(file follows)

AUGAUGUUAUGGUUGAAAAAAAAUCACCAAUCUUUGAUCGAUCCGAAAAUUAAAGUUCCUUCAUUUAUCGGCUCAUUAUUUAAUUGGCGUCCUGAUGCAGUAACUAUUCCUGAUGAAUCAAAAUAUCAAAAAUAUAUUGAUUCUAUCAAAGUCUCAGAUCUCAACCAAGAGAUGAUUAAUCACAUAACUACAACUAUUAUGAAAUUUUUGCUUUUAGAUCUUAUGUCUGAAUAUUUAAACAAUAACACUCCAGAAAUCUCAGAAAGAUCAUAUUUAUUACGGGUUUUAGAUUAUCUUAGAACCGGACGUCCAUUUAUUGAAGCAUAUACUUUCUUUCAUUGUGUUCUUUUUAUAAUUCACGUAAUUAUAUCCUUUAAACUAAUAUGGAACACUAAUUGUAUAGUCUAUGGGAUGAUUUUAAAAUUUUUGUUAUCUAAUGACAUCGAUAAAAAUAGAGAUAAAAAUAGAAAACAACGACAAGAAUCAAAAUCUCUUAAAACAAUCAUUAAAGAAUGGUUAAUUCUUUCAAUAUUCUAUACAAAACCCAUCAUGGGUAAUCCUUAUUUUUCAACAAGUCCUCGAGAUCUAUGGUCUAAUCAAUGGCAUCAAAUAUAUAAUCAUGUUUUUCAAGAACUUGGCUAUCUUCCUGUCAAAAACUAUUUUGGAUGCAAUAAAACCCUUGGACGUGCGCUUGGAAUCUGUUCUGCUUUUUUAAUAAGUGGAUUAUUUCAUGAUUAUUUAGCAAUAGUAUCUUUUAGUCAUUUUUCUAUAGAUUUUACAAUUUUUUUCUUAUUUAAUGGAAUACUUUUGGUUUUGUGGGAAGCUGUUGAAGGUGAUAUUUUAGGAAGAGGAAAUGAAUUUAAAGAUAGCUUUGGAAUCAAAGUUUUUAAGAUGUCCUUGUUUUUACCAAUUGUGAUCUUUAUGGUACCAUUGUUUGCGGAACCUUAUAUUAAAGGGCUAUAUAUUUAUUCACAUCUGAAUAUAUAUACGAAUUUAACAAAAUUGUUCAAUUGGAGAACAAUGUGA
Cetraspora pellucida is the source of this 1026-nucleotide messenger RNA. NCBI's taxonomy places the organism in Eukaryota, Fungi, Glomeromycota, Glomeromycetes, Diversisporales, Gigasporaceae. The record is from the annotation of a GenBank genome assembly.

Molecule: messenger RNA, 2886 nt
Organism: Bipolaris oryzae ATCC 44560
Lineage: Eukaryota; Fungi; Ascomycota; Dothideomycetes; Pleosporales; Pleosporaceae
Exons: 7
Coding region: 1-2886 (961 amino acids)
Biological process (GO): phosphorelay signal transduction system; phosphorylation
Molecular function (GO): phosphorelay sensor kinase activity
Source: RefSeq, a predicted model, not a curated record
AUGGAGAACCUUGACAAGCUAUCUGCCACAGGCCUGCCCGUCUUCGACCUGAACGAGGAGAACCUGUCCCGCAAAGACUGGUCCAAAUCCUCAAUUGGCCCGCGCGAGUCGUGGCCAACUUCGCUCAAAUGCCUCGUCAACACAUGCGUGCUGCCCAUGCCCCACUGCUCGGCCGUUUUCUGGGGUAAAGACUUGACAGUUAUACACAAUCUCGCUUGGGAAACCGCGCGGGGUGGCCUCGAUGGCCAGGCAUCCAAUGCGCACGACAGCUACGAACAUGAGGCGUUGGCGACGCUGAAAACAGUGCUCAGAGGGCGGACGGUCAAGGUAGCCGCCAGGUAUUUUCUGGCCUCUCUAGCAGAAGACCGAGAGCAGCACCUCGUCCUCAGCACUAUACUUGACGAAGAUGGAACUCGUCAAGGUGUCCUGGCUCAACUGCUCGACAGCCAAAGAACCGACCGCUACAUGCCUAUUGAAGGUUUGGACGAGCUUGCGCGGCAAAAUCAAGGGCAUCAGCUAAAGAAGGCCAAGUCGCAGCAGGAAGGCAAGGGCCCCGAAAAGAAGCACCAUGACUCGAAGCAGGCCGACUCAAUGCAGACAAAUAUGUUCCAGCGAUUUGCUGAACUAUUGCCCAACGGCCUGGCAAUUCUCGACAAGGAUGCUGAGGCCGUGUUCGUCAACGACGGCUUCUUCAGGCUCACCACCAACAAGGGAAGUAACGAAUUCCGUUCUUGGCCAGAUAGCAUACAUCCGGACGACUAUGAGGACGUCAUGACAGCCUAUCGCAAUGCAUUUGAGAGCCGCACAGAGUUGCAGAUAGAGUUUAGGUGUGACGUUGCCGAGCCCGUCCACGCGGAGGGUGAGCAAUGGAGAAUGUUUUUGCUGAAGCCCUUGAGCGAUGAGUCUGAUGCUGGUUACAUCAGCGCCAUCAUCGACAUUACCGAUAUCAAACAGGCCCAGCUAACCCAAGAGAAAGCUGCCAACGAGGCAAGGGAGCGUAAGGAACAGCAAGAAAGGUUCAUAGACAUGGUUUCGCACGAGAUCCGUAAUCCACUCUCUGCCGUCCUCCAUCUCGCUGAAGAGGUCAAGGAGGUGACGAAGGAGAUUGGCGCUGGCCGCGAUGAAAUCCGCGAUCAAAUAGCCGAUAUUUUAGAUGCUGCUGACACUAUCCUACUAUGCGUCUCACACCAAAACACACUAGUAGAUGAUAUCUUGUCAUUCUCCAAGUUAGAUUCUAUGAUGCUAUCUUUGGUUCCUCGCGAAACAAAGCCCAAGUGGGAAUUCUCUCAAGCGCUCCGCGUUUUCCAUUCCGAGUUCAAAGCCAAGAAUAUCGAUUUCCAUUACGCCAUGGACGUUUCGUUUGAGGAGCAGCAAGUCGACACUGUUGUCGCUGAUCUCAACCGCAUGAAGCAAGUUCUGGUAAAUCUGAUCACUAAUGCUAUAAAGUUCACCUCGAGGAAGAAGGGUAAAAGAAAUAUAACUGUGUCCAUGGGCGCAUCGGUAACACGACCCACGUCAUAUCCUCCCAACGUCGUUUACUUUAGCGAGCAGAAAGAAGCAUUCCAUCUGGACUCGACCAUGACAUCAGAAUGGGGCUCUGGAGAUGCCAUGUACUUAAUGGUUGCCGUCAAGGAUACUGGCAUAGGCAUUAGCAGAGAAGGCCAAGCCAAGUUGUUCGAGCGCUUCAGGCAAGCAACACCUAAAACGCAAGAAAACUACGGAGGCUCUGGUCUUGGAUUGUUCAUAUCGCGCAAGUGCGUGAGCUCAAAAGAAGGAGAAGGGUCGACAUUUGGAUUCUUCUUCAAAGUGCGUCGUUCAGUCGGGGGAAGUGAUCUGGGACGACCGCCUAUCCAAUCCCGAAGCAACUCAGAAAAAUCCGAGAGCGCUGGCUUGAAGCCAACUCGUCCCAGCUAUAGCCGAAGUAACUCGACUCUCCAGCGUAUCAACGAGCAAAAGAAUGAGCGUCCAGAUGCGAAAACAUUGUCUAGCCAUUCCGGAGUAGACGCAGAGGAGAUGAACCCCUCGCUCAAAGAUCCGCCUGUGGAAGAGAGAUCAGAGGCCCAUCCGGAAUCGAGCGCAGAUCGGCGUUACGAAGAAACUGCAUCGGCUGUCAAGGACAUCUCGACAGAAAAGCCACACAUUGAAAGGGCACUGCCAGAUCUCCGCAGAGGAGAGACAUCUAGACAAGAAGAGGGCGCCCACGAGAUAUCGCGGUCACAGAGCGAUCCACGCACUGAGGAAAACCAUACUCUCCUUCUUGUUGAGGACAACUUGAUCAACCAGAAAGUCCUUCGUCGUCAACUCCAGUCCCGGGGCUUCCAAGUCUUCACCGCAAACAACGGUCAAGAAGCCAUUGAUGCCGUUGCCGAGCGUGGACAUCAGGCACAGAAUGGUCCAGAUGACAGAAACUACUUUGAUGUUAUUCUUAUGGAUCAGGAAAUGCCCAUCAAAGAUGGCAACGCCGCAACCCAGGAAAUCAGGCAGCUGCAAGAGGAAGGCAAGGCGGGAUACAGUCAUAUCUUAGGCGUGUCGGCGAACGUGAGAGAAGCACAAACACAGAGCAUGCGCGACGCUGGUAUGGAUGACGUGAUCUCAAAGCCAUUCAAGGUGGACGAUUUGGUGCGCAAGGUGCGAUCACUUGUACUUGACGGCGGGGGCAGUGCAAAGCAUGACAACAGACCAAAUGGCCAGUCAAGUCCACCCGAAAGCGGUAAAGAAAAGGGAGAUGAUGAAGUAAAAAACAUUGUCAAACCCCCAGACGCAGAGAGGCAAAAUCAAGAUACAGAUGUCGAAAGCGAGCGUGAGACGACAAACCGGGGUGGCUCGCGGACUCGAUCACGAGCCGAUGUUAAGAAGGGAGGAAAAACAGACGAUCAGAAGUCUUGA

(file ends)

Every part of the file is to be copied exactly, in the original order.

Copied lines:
AUGAUGUUAUGGUUGAAAAAAAAUCACCAAUCUUUGAUCGAUCCGAAAAUUAAAGUUCCUUCAUUUAUCGGCUCAUUAUUUAAUUGGCGUCCUGAUGCAGUAACUAUUCCUGAUGAAUCAAAAUAUCAAAAAUAUAUUGAUUCUAUCAAAGUCUCAGAUCUCAACCAAGAGAUGAUUAAUCACAUAACUACAACUAUUAUGAAAUUUUUGCUUUUAGAUCUUAUGUCUGAAUAUUUAAACAAUAACACUCCAGAAAUCUCAGAAAGAUCAUAUUUAUUACGGGUUUUAGAUUAUCUUAGAACCGGACGUCCAUUUAUUGAAGCAUAUACUUUCUUUCAUUGUGUUCUUUUUAUAAUUCACGUAAUUAUAUCCUUUAAACUAAUAUGGAACACUAAUUGUAUAGUCUAUGGGAUGAUUUUAAAAUUUUUGUUAUCUAAUGACAUCGAUAAAAAUAGAGAUAAAAAUAGAAAACAACGACAAGAAUCAAAAUCUCUUAAAACAAUCAUUAAAGAAUGGUUAAUUCUUUCAAUAUUCUAUACAAAACCCAUCAUGGGUAAUCCUUAUUUUUCAACAAGUCCUCGAGAUCUAUGGUCUAAUCAAUGGCAUCAAAUAUAUAAUCAUGUUUUUCAAGAACUUGGCUAUCUUCCUGUCAAAAACUAUUUUGGAUGCAAUAAAACCCUUGGACGUGCGCUUGGAAUCUGUUCUGCUUUUUUAAUAAGUGGAUUAUUUCAUGAUUAUUUAGCAAUAGUAUCUUUUAGUCAUUUUUCUAUAGAUUUUACAAUUUUUUUCUUAUUUAAUGGAAUACUUUUGGUUUUGUGGGAAGCUGUUGAAGGUGAUAUUUUAGGAAGAGGAAAUGAAUUUAAAGAUAGCUUUGGAAUCAAAGUUUUUAAGAUGUCCUUGUUUUUACCAAUUGUGAUCUUUAUGGUACCAUUGUUUGCGGAACCUUAUAUUAAAGGGCUAUAUAUUUAUUCACAUCUGAAUAUAUAUACGAAUUUAACAAAAUUGUUCAAUUGGAGAACAAUGUGA
Cetraspora pellucida is the source of this 1026-nucleotide messenger RNA. NCBI's taxonomy places the organism in Eukaryota, Fungi, Glomeromycota, Glomeromycetes, Diversisporales, Gigasporaceae. The record is from the annotation of a GenBank genome assembly.

Molecule: messenger RNA, 2886 nt
Organism: Bipolaris oryzae ATCC 44560
Lineage: Eukaryota; Fungi; Ascomycota; Dothideomycetes; Pleosporales; Pleosporaceae
Exons: 7
Coding region: 1-2886 (961 amino acids)
Biological process (GO): phosphorelay signal transduction system; phosphorylation
Molecular function (GO): phosphorelay sensor kinase activity
Source: RefSeq, a predicted model, not a curated record
AUGGAGAACCUUGACAAGCUAUCUGCCACAGGCCUGCCCGUCUUCGACCUGAACGAGGAGAACCUGUCCCGCAAAGACUGGUCCAAAUCCUCAAUUGGCCCGCGCGAGUCGUGGCCAACUUCGCUCAAAUGCCUCGUCAACACAUGCGUGCUGCCCAUGCCCCACUGCUCGGCCGUUUUCUGGGGUAAAGACUUGACAGUUAUACACAAUCUCGCUUGGGAAACCGCGCGGGGUGGCCUCGAUGGCCAGGCAUCCAAUGCGCACGACAGCUACGAACAUGAGGCGUUGGCGACGCUGAAAACAGUGCUCAGAGGGCGGACGGUCAAGGUAGCCGCCAGGUAUUUUCUGGCCUCUCUAGCAGAAGACCGAGAGCAGCACCUCGUCCUCAGCACUAUACUUGACGAAGAUGGAACUCGUCAAGGUGUCCUGGCUCAACUGCUCGACAGCCAAAGAACCGACCGCUACAUGCCUAUUGAAGGUUUGGACGAGCUUGCGCGGCAAAAUCAAGGGCAUCAGCUAAAGAAGGCCAAGUCGCAGCAGGAAGGCAAGGGCCCCGAAAAGAAGCACCAUGACUCGAAGCAGGCCGACUCAAUGCAGACAAAUAUGUUCCAGCGAUUUGCUGAACUAUUGCCCAACGGCCUGGCAAUUCUCGACAAGGAUGCUGAGGCCGUGUUCGUCAACGACGGCUUCUUCAGGCUCACCACCAACAAGGGAAGUAACGAAUUCCGUUCUUGGCCAGAUAGCAUACAUCCGGACGACUAUGAGGACGUCAUGACAGCCUAUCGCAAUGCAUUUGAGAGCCGCACAGAGUUGCAGAUAGAGUUUAGGUGUGACGUUGCCGAGCCCGUCCACGCGGAGGGUGAGCAAUGGAGAAUGUUUUUGCUGAAGCCCUUGAGCGAUGAGUCUGAUGCUGGUUACAUCAGCGCCAUCAUCGACAUUACCGAUAUCAAACAGGCCCAGCUAACCCAAGAGAAAGCUGCCAACGAGGCAAGGGAGCGUAAGGAACAGCAAGAAAGGUUCAUAGACAUGGUUUCGCACGAGAUCCGUAAUCCACUCUCUGCCGUCCUCCAUCUCGCUGAAGAGGUCAAGGAGGUGACGAAGGAGAUUGGCGCUGGCCGCGAUGAAAUCCGCGAUCAAAUAGCCGAUAUUUUAGAUGCUGCUGACACUAUCCUACUAUGCGUCUCACACCAAAACACACUAGUAGAUGAUAUCUUGUCAUUCUCCAAGUUAGAUUCUAUGAUGCUAUCUUUGGUUCCUCGCGAAACAAAGCCCAAGUGGGAAUUCUCUCAAGCGCUCCGCGUUUUCCAUUCCGAGUUCAAAGCCAAGAAUAUCGAUUUCCAUUACGCCAUGGACGUUUCGUUUGAGGAGCAGCAAGUCGACACUGUUGUCGCUGAUCUCAACCGCAUGAAGCAAGUUCUGGUAAAUCUGAUCACUAAUGCUAUAAAGUUCACCUCGAGGAAGAAGGGUAAAAGAAAUAUAACUGUGUCCAUGGGCGCAUCGGUAACACGACCCACGUCAUAUCCUCCCAACGUCGUUUACUUUAGCGAGCAGAAAGAAGCAUUCCAUCUGGACUCGACCAUGACAUCAGAAUGGGGCUCUGGAGAUGCCAUGUACUUAAUGGUUGCCGUCAAGGAUACUGGCAUAGGCAUUAGCAGAGAAGGCCAAGCCAAGUUGUUCGAGCGCUUCAGGCAAGCAACACCUAAAACGCAAGAAAACUACGGAGGCUCUGGUCUUGGAUUGUUCAUAUCGCGCAAGUGCGUGAGCUCAAAAGAAGGAGAAGGGUCGACAUUUGGAUUCUUCUUCAAAGUGCGUCGUUCAGUCGGGGGAAGUGAUCUGGGACGACCGCCUAUCCAAUCCCGAAGCAACUCAGAAAAAUCCGAGAGCGCUGGCUUGAAGCCAACUCGUCCCAGCUAUAGCCGAAGUAACUCGACUCUCCAGCGUAUCAACGAGCAAAAGAAUGAGCGUCCAGAUGCGAAAACAUUGUCUAGCCAUUCCGGAGUAGACGCAGAGGAGAUGAACCCCUCGCUCAAAGAUCCGCCUGUGGAAGAGAGAUCAGAGGCCCAUCCGGAAUCGAGCGCAGAUCGGCGUUACGAAGAAACUGCAUCGGCUGUCAAGGACAUCUCGACAGAAAAGCCACACAUUGAAAGGGCACUGCCAGAUCUCCGCAGAGGAGAGACAUCUAGACAAGAAGAGGGCGCCCACGAGAUAUCGCGGUCACAGAGCGAUCCACGCACUGAGGAAAACCAUACUCUCCUUCUUGUUGAGGACAACUUGAUCAACCAGAAAGUCCUUCGUCGUCAACUCCAGUCCCGGGGCUUCCAAGUCUUCACCGCAAACAACGGUCAAGAAGCCAUUGAUGCCGUUGCCGAGCGUGGACAUCAGGCACAGAAUGGUCCAGAUGACAGAAACUACUUUGAUGUUAUUCUUAUGGAUCAGGAAAUGCCCAUCAAAGAUGGCAACGCCGCAACCCAGGAAAUCAGGCAGCUGCAAGAGGAAGGCAAGGCGGGAUACAGUCAUAUCUUAGGCGUGUCGGCGAACGUGAGAGAAGCACAAACACAGAGCAUGCGCGACGCUGGUAUGGAUGACGUGAUCUCAAAGCCAUUCAAGGUGGACGAUUUGGUGCGCAAGGUGCGAUCACUUGUACUUGACGGCGGGGGCAGUGCAAAGCAUGACAACAGACCAAAUGGCCAGUCAAGUCCACCCGAAAGCGGUAAAGAAAAGGGAGAUGAUGAAGUAAAAAACAUUGUCAAACCCCCAGACGCAGAGAGGCAAAAUCAAGAUACAGAUGUCGAAAGCGAGCGUGAGACGACAAACCGGGGUGGCUCGCGGACUCGAUCACGAGCCGAUGUUAAGAAGGGAGGAAAAACAGACGAUCAGAAGUCUUGA